Ask another friend who uses a service dog how you can create space for both her and her dog, and then let her take her service animal there. You’ll be fine having them both around.
Ask my other friend who is prone to chronic fatigue or to sensory overload what kind of conversation or environment is best for her. Allow her to take the lead in managing that environment. It could make the space nicer for others, too.
In other words, don’t create problems that don’t need to exist. Don’t let your preconceived ideas or institutional “rules” overshadow essential humanity and behaving (and connecting) with grace.
Other “problems” I’ve faced aren’t just about where institutions tell me my interpreter is “allowed” to sit. They relate to other settings, too. To the waiter in a restaurant insisting that the lights remain dimmed, that they are fine and it’s restaurant policy to leave them low, even if I ask to turn them up because it’s too dark for me to see. To the movie theater steward insisting that the captions will be turned on for a film showing, but nevertheless forgetting to check that (oops!). To the person who assumes that she can give me a scant printed outline of her remarks, and that this will be enough for me to follow, even if I’ve asked for a full print-out of her talk. To the acquaintance that proceeds to speak to me in a hyper-slow, hyper-enunciated version of English (which feels rather condescending), even when I tell her I can understand her just fine if she talks normally.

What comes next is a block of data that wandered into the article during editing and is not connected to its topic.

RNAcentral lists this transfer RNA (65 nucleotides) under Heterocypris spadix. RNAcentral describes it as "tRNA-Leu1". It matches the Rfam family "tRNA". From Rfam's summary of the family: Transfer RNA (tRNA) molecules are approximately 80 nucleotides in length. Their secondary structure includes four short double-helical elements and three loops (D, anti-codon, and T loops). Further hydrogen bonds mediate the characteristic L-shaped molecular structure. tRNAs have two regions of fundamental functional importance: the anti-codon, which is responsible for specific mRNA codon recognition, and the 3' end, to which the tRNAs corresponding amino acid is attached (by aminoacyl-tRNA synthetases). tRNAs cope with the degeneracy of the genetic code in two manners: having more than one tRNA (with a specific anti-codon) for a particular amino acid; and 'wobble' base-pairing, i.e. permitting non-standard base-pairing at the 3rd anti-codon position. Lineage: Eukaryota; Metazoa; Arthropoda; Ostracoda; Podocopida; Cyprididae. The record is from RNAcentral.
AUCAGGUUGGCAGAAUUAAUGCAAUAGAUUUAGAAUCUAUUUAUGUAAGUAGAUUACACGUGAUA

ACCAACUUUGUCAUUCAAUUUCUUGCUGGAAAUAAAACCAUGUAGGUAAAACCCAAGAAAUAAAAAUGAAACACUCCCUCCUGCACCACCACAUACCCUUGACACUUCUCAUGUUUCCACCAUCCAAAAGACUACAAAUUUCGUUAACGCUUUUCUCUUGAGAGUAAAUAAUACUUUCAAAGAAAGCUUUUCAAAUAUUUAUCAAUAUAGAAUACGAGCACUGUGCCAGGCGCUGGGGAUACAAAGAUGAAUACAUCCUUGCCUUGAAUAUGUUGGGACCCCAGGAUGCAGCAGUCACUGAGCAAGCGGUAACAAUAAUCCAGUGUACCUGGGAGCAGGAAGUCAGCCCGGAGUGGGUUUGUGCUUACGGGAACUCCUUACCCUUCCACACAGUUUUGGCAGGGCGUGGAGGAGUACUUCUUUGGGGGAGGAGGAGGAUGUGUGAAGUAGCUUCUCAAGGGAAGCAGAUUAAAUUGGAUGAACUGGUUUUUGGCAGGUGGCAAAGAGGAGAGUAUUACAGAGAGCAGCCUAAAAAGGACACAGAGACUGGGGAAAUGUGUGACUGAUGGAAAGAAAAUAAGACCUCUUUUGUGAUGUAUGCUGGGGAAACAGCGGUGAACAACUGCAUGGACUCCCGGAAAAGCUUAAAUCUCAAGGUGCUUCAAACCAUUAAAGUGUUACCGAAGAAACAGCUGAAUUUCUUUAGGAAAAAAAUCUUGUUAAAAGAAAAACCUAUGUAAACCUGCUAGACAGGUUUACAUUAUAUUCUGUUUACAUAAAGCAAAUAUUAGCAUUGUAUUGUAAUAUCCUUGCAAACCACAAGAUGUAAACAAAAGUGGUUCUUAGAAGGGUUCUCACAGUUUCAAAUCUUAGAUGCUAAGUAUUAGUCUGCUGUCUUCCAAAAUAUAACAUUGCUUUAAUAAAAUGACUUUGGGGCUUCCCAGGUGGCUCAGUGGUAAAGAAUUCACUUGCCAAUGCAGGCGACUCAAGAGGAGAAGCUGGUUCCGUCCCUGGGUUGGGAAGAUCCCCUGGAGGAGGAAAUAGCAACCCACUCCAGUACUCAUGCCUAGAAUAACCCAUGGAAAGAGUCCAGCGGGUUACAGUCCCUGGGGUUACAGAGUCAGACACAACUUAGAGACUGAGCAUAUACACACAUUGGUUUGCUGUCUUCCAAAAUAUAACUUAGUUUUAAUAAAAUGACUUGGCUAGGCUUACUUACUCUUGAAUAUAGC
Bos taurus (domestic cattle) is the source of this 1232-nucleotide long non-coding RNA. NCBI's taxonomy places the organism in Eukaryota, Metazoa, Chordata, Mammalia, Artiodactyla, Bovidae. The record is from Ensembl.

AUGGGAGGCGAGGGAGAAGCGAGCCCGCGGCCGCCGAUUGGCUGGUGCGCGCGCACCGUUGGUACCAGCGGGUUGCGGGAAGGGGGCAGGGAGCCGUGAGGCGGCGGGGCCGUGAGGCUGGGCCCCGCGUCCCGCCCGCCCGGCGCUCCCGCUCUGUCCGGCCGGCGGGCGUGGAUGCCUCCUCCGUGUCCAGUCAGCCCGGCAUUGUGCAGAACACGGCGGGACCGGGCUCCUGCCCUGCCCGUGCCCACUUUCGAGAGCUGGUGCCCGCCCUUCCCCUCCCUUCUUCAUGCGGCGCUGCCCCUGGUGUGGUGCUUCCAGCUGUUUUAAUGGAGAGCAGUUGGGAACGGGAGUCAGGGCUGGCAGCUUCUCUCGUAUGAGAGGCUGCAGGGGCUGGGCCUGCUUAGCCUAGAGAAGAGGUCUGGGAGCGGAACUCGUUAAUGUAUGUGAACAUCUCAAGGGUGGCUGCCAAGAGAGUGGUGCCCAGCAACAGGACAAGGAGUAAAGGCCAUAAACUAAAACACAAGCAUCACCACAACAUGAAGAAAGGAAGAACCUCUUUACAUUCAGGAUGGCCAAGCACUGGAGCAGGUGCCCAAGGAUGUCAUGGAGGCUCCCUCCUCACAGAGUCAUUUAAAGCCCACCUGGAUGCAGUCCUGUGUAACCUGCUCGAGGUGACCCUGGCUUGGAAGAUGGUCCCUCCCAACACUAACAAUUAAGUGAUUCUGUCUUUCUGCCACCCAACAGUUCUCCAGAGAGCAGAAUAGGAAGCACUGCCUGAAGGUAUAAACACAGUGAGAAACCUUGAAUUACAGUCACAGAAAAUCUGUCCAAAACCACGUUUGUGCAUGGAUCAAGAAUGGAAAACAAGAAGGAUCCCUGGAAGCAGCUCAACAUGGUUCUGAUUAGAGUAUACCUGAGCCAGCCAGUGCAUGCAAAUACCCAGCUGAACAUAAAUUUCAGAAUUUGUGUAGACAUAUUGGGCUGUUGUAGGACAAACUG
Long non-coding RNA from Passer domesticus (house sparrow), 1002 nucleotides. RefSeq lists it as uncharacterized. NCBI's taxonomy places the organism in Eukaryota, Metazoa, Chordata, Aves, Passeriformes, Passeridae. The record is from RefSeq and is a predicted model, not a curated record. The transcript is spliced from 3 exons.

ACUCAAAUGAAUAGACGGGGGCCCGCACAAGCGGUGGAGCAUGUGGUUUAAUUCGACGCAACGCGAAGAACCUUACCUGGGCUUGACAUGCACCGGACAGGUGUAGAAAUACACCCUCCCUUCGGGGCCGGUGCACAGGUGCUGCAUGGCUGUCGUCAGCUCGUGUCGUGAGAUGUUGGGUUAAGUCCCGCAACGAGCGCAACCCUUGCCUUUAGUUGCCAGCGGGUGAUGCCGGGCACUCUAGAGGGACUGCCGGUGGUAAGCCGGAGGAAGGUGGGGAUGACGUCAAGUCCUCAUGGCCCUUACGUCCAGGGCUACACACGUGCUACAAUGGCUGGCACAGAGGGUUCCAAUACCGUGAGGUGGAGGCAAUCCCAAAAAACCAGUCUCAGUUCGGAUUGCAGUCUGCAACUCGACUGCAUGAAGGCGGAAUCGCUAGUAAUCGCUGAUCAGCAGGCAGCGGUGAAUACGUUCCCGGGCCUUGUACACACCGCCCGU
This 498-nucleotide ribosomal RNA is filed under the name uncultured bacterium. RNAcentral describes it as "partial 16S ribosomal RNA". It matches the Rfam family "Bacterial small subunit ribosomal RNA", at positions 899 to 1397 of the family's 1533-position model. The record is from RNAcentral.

These are “problems,” but they truly do not need to be. They’re ways of creating rifts and distance between people. But access frameworks are there. Solutions are there. I know them, and I can show you. You’ll be surprised – delighted, even – by how easy it is for us both to occupy this space. Please let me show you.
Sometimes accepting someone else’s authority – even if they are deaf, even if they are disabled, even if they don’t “fit” into an established order – is enough. Sometimes accepting another form of embodied knowledge is actually pretty easy. And, heck, that person doesn’t need a postgraduate degree (or any other kind of credential) for us to give them that courtesy. (Not that people always give me this courtesy anyway, so I concede, this is a moot point!)
I love to problematize things (it’s more or less what I do for my job), but not this one. I also don’t believe I’m a problem – even if I may sometimes turn into one, in other people’s minds. I don’t want to see other people as problems, either, but as opportunities for me to humble myself and learn about their versions of embodied knowledge. What am I assuming? How am I right and how am I wrong? Maybe writing here isn’t really a way toward solving these non-problems, but still, it’s a path toward bringing clarity toward matters that could otherwise go unexpressed, unseen, unrecognized within our “normal” way of doing things.
Now, let’s form a problem-solving committee to come up with approaches to solving all the non-problems that we turn into problems, shall we?! (New absurdist comic novel idea, right here. I think I’ll write the next Catch-22!)